But there is good news! Internal patterns of self-judgment and inner criticism, just like the brain itself, are changeable! We can cultivate inner kindness and compassion for ourselves through the practice of mindfulness. Studies show that people who are able to pay attention to their present moment experience not only have greater emotional balance; they also have a greater ability to respond rather than react to difficult or unpleasant situations. Kristen Neff, PhD, author of Self-Compassion: Stop Beating Yourself Up and Leave Insecurity Behind notes, “Self-kindness, by definition, means that we stop the constant self-judgment and disparaging internal commentary that most of us have come to see as normal. It requires us to understand our foibles and failures instead of condemning them. It entails clearly seeing the extent to which we harm ourselves through relentless self-criticism, and ending our internal war.”

Mindfulness is a means through which we can notice, be present with, and befriend the inner critic – during our meditation practice and in daily life – for example, when we make a mistake or fail in some way. Mindfulness practice trains us to be aware in the moment when we’re allowing the inner critic to dominate our inner landscape. With mindful self-awareness we have a choice in the moment – we don’t have to automatically believe the inner commentary! We create the conditions for the arising of what’s been called the “sacred pause” – that moment when we can actually stop in the midst of reactivity and adopt a kinder, more understanding view toward ourselves– just like we would do for someone else who was hurting.

Hugging Practice
Pick one routine activity you do every day. For example, brushing your teeth, washing your hair, drinking your morning coffee, or walking from your car to work. Make it your practice to do this activity mindfully for at least one week. Let your senses be wide open as you gently hold your attention on your present moment experience – the buzz of your toothbrush, the sensation of shampoo and warm water against your scalp, or the feel of each foot touching the ground as you walk. When your mind is pulled away from your immediate physical experience – for example, thinking about what you need to do when you get to work – simply note this in a kind and friendly way, and gently bring your attention back to your present moment experience. You’re building your muscle of paying attention to the present – the only moment where change is possible.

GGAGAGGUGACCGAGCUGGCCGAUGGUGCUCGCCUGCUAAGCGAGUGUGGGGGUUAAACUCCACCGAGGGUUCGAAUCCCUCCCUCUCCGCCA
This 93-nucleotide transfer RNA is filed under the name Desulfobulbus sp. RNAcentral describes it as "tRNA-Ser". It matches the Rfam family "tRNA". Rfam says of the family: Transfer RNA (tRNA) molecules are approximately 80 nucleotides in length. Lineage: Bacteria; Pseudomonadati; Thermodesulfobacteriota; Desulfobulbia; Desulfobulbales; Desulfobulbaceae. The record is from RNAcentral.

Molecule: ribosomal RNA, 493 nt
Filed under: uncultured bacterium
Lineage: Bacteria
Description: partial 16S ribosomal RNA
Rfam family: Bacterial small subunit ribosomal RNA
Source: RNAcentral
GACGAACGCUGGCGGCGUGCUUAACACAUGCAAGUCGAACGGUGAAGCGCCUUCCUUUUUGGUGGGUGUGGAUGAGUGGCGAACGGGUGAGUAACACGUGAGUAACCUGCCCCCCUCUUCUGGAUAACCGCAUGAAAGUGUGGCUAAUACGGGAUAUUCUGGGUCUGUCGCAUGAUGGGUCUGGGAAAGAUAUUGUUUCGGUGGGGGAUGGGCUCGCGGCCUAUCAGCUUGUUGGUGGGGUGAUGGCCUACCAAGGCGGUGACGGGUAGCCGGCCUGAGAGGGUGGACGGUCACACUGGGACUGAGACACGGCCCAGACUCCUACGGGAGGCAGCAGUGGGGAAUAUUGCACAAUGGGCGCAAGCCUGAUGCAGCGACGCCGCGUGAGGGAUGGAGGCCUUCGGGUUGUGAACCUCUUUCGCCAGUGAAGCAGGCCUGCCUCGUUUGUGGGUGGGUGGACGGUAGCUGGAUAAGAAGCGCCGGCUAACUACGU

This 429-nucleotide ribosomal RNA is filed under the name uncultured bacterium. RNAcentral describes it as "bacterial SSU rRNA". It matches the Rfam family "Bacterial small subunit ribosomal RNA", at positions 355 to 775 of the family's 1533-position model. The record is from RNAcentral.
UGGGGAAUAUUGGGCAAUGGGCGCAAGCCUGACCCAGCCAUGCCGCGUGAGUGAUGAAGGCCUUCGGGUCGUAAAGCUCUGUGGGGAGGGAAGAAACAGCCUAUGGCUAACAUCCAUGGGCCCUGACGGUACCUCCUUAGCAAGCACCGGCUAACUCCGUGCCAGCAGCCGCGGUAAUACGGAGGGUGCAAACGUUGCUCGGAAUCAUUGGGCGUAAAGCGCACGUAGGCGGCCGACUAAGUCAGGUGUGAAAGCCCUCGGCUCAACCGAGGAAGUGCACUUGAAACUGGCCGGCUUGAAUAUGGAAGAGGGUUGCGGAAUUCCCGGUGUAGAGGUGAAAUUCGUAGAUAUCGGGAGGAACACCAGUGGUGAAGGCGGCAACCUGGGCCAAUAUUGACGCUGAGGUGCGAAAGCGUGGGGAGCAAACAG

Physical touch releases Oxytocin – “the hormone of love and bonding”. Increased levels of Oxytocin boost feelings of trust, calm, safety, generosity, and connectedness and also strengthen the ability to feel warmth and compassion for ourselves. Oxytocin reduces fear and anxiety and can counteract the increased blood pressure and cortisol associated with stress. Self-Compassion expert and author Dr. Kristen Neff recommends this practice when you notice you’re feeling tense, upset, sad, or self-critical: “try giving yourself a warm hug, tenderly stroking your arm or face, or gently rocking your body.” It seems a bit silly at first, but your body doesn’t know that. “What’s important,” she says, “is that you make a clear gesture that conveys feelings of love, care, and tenderness.” If others are around, fold your arms in a non-obvious way, gently squeezing yourself in a comforting manner. You can also imagine hugging yourself if you can’t make the actual physical gesture. Notice how your body feels after receiving the hug. Does it feel warmer, softer, calmer? You’ve just tapped into your body’s Oxytocin system and changed your biochemical experience.

 

 

 

 

Rewire Your Mind and Heart for Love: Mindfulness Brings Intimacy to Life

November 21st, 2014 by

By now you’ve probably heard that mindfulness is good for you. A regular practice in moment-to-moment awareness can make us happier, healthier, and kinder. Recent studies linking mindfulness and women’s sexual response are garnering a lot of attention. (More on this later!) As it turns out, the benefits of mindfulness that improve life in general – increased self-awareness, more self-compassion, less anxiety, and improved attention – also heighten our experience of loving, and being loved. While mindfulness benefits both genders, women experience special benefits when it comes to intimacy. Why? As Dr. Elizabeth Kavaler, a urologist at Lenox Hill Hospital in New York, notes, “the biggest part of sexuality in women is emotional and mental.”

The Physical

Now, about those studies. Brown University researchers measured the effect of mindfulness on sexual arousal. Women who underwent mindfulness training experienced faster and more intense sexual arousal than a control group. The study’s lead author, Gina Silverstein, attributes the difference to increased “interoceptive awareness” – the ability to observe and describe what’s happening inside your body and mind without judging the experiences as “good” or “bad” or trying to change them. By practicing this skill, says Silverstein, we can “turn off the autopilot.”